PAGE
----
Developers should consider whether or not they might be liable for password sharing and whether or not they followed good procedure so they could never be accused of knowing someone's password.
For instance, provide a temp password for a new user and require the user to change it when logging in (a simple checkbox). To change passwords for existing accounts, use the checkbox provided by FileMaker to force the user to change their password. You will never know this new password.
What about using a script to first get the user's preferred new password and then change it via a script in multiple databases? This implies the developer is now able to know the user's new password and could pass it along to others.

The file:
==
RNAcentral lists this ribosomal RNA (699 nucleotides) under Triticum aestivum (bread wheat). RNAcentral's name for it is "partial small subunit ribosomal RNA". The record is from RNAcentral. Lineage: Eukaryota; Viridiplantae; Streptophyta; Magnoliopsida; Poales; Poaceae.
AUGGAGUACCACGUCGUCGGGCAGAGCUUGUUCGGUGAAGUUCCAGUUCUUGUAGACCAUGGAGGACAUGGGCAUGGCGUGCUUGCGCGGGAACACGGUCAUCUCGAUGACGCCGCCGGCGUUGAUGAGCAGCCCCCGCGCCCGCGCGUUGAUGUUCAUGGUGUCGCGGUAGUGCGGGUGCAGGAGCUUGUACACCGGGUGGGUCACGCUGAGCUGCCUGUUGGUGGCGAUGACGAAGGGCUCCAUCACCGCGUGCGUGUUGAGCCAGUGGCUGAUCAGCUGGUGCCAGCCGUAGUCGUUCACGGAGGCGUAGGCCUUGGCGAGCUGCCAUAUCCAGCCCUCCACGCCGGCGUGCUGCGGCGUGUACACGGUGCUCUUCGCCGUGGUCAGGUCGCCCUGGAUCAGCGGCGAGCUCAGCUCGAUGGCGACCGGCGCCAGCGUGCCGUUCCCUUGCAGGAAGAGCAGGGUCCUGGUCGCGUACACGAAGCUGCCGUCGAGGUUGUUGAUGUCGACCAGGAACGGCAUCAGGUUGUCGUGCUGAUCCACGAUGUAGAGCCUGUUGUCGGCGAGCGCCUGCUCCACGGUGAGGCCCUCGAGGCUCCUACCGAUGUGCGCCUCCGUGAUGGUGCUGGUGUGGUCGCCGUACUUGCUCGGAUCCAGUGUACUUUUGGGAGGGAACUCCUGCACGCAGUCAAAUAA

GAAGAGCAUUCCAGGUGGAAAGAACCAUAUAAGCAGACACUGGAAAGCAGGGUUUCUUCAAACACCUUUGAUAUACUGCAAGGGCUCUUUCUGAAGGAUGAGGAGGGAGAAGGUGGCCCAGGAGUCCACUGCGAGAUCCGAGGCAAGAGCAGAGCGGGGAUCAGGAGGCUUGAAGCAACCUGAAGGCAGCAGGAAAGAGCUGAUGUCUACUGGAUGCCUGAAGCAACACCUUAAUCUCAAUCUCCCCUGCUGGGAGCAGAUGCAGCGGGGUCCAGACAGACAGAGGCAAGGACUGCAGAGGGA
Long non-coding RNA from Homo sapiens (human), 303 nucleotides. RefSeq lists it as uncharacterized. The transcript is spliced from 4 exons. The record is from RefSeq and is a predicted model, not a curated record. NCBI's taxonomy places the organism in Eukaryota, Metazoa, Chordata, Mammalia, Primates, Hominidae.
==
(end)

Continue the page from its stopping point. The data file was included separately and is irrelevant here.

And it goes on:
Can a developer be liable for any harm if their script uses variables to change passwords to a user's preference thus giving the developer possible knowledge of the password? Any volunteers for a test case in court?
The safest technique is to never get involved with changing the user password other than forcing the reset.
Next, if a client requires you to reset the user passwords using a script, have them sign a document accepting all responsibility and legal costs and protecting you from harm.
Summary: passwords are meant to be secret and known only to one person. The developer should have no method of knowing what the user has chosen as a password. There are plenty of methods a bad developer can employ that don't require knowing this password...